Caroline Swain, Partner, Matrimonial and Family Law provides a guide on how to protect your assets if you are facing a divorce.
If you are getting a divorce or ending a civil partnership, particularly an acrimonious one, you will need to act fast to ensure your assets are protected. Here’s a helpful guide to ensure you know how to protect your assets when you’re going through a divorce.
If your home is owned in your spouse’s sole name, you can register your interest in the home to make sure it can’t be remortgaged or sold without your knowledge.
If your spouse owns property which is not the family home, you may be able to register a ‘restriction’ at the Land Registry. This is particularly useful if you’re going through a hostile divorce, in which you think your partner may try to sell the property or secure debt against it.
If the property is held in joint names with your spouse as “joint tenants”, you may want to change the way it’s owned. By changing how it is owned you can prevent ownership transferring to your spouse in full should you die before the divorce, or before the dissolution has been finalised.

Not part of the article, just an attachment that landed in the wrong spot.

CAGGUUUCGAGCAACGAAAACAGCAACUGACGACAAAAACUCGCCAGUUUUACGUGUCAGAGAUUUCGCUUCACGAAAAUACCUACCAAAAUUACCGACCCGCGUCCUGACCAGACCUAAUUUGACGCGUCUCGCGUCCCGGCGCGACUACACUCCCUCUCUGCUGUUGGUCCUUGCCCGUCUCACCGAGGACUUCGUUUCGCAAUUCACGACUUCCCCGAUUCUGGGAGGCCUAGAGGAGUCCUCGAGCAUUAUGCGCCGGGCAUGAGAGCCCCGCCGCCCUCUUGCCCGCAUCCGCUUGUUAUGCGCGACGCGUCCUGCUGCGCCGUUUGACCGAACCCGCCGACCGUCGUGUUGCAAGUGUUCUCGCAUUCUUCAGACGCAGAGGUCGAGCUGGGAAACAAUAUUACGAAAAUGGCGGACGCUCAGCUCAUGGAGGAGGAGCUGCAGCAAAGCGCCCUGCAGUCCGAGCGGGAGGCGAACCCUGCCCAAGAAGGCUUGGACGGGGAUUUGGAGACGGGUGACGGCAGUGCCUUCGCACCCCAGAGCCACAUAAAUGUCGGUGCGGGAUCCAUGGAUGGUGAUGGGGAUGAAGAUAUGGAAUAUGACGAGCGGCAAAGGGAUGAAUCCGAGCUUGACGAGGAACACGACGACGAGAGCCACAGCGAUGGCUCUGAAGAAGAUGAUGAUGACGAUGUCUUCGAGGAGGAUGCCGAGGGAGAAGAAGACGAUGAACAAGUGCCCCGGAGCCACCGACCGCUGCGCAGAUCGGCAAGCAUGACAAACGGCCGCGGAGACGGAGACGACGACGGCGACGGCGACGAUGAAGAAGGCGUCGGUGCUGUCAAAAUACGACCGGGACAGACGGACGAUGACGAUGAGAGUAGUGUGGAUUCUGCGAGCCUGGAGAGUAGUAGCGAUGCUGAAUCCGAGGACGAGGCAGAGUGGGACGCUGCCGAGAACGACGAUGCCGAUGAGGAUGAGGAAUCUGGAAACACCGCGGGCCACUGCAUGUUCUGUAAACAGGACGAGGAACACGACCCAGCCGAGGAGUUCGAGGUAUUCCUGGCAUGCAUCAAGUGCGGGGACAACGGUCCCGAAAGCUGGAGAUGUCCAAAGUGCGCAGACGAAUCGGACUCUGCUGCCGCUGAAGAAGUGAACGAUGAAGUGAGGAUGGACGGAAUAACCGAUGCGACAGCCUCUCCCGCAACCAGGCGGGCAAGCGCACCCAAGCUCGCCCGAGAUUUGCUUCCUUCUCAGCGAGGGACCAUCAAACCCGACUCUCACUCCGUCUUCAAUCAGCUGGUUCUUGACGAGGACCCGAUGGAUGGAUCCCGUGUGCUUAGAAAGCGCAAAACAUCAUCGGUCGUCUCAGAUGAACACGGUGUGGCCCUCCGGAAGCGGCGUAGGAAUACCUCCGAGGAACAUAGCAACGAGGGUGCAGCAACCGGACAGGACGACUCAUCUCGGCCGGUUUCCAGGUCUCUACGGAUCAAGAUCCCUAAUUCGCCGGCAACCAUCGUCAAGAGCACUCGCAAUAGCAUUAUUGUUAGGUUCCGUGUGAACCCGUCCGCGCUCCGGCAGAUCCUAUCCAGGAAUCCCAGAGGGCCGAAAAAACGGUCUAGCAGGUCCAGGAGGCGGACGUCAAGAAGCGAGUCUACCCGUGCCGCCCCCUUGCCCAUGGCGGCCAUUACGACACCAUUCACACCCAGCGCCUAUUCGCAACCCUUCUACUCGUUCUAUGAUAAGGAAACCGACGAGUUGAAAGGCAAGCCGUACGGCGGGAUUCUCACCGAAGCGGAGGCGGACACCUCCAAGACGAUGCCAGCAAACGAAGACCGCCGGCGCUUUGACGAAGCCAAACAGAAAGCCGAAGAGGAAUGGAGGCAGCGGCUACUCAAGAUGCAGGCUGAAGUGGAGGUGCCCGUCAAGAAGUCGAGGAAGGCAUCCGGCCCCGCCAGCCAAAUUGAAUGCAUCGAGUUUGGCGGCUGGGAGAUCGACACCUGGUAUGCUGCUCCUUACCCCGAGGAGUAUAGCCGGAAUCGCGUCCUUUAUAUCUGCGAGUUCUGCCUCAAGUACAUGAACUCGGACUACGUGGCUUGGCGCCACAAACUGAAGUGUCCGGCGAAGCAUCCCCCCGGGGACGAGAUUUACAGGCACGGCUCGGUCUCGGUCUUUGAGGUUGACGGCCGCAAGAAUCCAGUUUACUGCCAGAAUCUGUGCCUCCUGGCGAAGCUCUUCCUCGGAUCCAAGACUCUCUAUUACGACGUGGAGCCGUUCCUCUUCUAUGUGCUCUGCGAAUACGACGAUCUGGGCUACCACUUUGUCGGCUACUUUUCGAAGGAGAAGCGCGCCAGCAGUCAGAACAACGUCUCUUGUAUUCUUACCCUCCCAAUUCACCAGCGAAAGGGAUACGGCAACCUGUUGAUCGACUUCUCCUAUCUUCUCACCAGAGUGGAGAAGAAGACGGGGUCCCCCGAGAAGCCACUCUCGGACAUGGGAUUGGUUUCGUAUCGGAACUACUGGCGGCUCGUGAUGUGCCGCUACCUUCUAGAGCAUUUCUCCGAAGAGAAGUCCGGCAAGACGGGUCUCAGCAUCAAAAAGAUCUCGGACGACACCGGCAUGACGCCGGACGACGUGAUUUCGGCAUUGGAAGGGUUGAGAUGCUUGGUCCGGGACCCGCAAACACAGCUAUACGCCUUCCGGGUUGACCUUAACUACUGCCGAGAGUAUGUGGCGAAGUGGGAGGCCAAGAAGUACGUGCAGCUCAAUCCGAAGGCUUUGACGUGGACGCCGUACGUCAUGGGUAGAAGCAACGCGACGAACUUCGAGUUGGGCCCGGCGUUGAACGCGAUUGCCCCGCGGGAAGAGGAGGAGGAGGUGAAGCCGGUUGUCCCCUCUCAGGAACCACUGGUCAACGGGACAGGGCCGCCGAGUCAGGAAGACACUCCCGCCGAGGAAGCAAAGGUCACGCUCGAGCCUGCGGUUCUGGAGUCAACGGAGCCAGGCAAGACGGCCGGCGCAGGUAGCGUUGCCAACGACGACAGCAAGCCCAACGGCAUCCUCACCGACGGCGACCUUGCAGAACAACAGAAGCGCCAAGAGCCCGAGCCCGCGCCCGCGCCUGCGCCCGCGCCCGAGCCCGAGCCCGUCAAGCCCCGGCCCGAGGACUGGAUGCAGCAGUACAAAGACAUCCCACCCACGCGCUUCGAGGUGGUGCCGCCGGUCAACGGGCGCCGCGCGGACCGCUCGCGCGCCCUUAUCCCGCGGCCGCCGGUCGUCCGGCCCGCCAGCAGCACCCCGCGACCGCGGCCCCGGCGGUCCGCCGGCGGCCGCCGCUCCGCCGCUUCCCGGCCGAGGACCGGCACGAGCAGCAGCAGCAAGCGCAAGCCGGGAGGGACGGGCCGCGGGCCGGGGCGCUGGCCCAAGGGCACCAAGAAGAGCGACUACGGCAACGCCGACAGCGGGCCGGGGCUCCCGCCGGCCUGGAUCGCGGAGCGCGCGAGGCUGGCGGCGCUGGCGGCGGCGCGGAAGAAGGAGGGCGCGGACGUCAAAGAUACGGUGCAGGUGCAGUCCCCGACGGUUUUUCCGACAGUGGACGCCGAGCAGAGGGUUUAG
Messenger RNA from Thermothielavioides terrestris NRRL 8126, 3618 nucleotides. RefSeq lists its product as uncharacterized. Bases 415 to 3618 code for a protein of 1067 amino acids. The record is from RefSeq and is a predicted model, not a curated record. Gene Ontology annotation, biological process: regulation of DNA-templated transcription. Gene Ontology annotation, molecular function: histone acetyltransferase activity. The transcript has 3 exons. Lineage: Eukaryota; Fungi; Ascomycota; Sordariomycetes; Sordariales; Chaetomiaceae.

If you feel like your marriage may be breaking down, make sure you do not transfer assets out of the business, as this will be seen as a strategic move and be detrimental to you. In family court, you’re required by law to make full financial disclosure prior to your divorce settlement. If you’re caught out trying to transfer assets, it could be considered as an attempt to avoid your spouse’s financial claims. The Family Court will not look kindly on this, and you could be held accountable of litigation misconduct. By going through the divorce process legally and fairly, you are in with a much greater chance of achieving a fair and sensible settlement.
Do your homework – Find out exactly what type of pension(s) you have, and what the laws pertaining to these are. You should make enquiries as to the CETV for each of your pensions at an early stage as it can take many weeks for pension providers to provide this information. It might be useful to get some professional help from a pension advisor if you have one.
What to do if a spouse tries to hide assets
Courts have great powers available to ensure that there is full financial disclosure in every case. If one or both of the parties to a divorce are found to be hiding assets, they can penalised by being ordered to pay the other side’s legal costs.
If it comes to light that all assets were not disclosed, the case can be reopened and a different order can be made. Equally, courts have the power to get assets back after they have been transferred, should the need arise.
If you’d like to find out more about how to protect your assets during a divorce and the options available to you then you can get in touch with Caroline at firstname.lastname@example.org or by telephone on 0161 926 1430.